eros who lined the water front.
"And I, as spokesman for the great
Rover Boys," bowed Prof. Snodgrass,
."wish to tender our most devout grati-
tude for the timely aid of the Motor
Boys,, but fo whom we would yet be
in the toils of the enemy."
"As for that," blushed the Motor
Boys, "we are glad to be able to make
some small return for the valiant ser-
vice the gallant Rover Boys rendered
us in the 'Motor Boys Forlorn!"
Whereupon the happy group
swarmed beldw decks, and the deep
water submarine sank swiftly to the
fathonless profundities.
"Shuckins," exuded Tom, "ain't this
the life" as he gazed about the spick
submarine, whose throbbing machin-
ery thrumbed with steady .precision.
Especially the pulsating piston that
slowly came and went with machine-
like precise interested the. runt Sam,
to whom it was as some inexplicable
"Sam"- cried Dick, "Geddeaway
froi that piston. Don't you know
thait this is episode 13 and that we are
ikely to run smack into bad luck?"
"Odds bodkins" grumbled Sam,
" ca'ta guy even look around?" How-
ever, he left the vincinity of the en-
gin and swarmed into his stateroom.
"Looks like a storm is brewing up,"
said the Motor Boys, peering anxioUs-
ly through the periscope," and the
Shark Tooth shoals are just ahead!"
Dimly through the foggy water
could be seen the 'to vering pinnacle
of the shoal, the doom of many an un-
derwater craft. Sam, mneanwhile, un-
able. to resist the lure of,.the pulsating
piston had slunk from his cabin and
Iwasttinkering with the motor controls.
"I wonder what this one does," he
muttered as he fingered a brassy han-
dle. He turned it.
"Heavens" shrieked the boys as a
tremendous explosion wracked the
small craft, and great walls of green
water rushed in upon them.
The crippled craft slowly sank, and
the Rover Boys were at last lost to
the earth.
Stout Washington seems finally to
have bowed to the inevitable force of
public opinion. If our mail is any in-
dication, a sigh of relief will billow
over the campus this fine bright morn-
But we, Cowles, tak-e a different I
view of the matter. For us, the Rovert
Boys were a source of sweetness, light,
and leisure. We mourn them honestly
and deeply.e
* * *

- -a

ness of t
not going
will defea
a source,
The Op
can be ma
ricular ac
is not, si
years a
evil is ov
on the ca

words regarding the Opera.
a is not going to continue to
Y, gaudy, gay, musical, which
the ordinary lighthearted-
the college student. It is
to allow restriction which
at it9 own purpose of being
of revenue to the Union.
iera if remodelledslightly
ade a truly potent extra-cur-
tivity. As it exists now, it
nce it has been in recent
"one-man play." Until this
ercome, the dramatic talent
impus is going to linger in

ml I

6 s



0"im H E A I



arch 19-20-21-22
~Saturday- atinee-

2thh Annual




seclusion, and tolerantly watch one
man, representing an institution of
10,000, while he "does his stuff."
Hours and days and months of
drudgery are poorly rewarded by one
or two days showing in a small thea-
ter. There is no incentive for men
to flock to the Opera.
Why not have an Opera with a rep-
sentative cast, as a primary objective
then doll them in frills and gowns
and let them charm Broadway?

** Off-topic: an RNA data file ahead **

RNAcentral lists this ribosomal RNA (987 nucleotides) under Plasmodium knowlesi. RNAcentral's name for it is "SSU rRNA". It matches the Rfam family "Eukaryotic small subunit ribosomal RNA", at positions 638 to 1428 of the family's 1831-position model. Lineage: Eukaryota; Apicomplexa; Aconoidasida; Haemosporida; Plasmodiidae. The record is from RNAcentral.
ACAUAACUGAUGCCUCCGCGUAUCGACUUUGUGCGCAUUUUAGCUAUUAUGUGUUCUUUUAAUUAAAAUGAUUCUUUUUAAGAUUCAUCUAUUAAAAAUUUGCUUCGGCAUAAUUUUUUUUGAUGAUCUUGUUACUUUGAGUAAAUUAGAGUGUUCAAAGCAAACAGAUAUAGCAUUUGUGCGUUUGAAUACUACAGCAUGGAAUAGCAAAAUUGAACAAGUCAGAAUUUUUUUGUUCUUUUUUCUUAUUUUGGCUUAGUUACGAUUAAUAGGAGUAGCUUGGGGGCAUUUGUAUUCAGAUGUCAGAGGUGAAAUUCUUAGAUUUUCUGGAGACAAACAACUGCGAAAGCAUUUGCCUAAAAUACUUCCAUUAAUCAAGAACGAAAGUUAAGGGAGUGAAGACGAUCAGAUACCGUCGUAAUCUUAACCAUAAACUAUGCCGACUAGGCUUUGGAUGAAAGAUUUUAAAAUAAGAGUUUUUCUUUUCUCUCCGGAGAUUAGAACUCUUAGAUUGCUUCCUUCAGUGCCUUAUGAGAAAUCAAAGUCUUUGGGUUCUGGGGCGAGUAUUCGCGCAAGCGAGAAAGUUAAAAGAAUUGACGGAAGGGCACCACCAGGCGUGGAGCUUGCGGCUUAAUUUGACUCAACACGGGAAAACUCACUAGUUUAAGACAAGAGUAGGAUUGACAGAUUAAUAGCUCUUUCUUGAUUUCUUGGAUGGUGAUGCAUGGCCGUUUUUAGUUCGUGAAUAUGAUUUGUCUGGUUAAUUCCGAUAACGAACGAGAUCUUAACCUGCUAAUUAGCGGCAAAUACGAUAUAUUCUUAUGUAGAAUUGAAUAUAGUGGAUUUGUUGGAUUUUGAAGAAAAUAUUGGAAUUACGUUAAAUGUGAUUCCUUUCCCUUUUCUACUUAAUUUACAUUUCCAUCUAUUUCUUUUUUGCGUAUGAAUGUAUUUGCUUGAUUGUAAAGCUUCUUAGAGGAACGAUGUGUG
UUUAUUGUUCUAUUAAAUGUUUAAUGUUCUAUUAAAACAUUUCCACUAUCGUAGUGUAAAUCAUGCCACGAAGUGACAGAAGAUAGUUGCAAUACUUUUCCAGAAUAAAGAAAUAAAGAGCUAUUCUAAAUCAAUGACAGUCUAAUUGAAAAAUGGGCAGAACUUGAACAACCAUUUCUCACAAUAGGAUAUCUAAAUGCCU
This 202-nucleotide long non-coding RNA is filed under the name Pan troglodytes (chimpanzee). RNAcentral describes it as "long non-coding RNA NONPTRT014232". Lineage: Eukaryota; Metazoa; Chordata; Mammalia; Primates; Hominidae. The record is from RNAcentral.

-Opera Fan.
To the Editor:
According to an item in your paper
yesterday, the National League of Wo-'
men Voters is to give a short course
in government and politics in this
University during the coming summer!
An article entitled, "Are Women's
Clubs 'Used' by Bolshevists," in this
week's issue of the Dearborn Inde-
pent, states that this League is ac-
tively engaged in spreading commun-
istic propaganda throughout the Unit-
ed States. This article describes .in
detail some of the methods used to
disseminate this propaganda, and says
in one place, to quote specifically,
"The League of Women Voters pro-
poses to conduct a school of politics.
It has already held sessions in sev-
eral of our important colleges and un-
iversities. Naturally, it is necessary
for them to mis-label their work to
secure entry." l
Whether these charges are true or
not, I do not know, but certainly an'
investigation, would not le out of
place it it would possibly prevent in-
sidious propaganda Vuder the name of
Art, Science, and Truth.
-Glenn V. Curls,'?.)1.

Limiteds: 6 a. m., 9:10 a. m. and
every two hours to 9:10 j. m.
Express: 7 a. m., 8 a. m. and ev'v-y
two hours to 8 p. m.
Locals: 7 a. m., 8:55 a. m. and
every two hours to 8:56 p. m.,
11 p. m. To Ypsilait! only, 11:40
p. m., 12:25 a. m. and 1:15 a. m.
Limiteds: 8:47 a. m. and every two
hours to 8:47 p. m.
Express (making local stops): 9:54)
a. m. and every two hours to 9:50
p. : ..
Locals: 7:50 a. in., 12:10 a. m.F

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JL V 17 'VI1L4%1 I JL1X1' \JIltVIEIki WA2A
SMray Mahnee and Night
- ;:~z 20th ANU

RDAY, MARCH 22, 1924,
dizor-H RYC. CLARK
ee-in bt i thepesni tht
heoped.'pon'the present gen-
college undergraduates by
non-college nen, must nec
4d w, eentmeptanion"
graduates themselves. Es-
oes t s resentment become
when the faculJty of an insti-
in to lose contact with the
student thought and line up
riticizers of the modern age.
ism is prolific but the actual
bettering conditions is not
ng. It is encouraging then to
dely known man, a graduate
1 years ago, set forth the
iewpoint in a sympathetic
following is quoted from an
Prof. Harry R. Wellman in
touth Alumni magazine. In
student problems and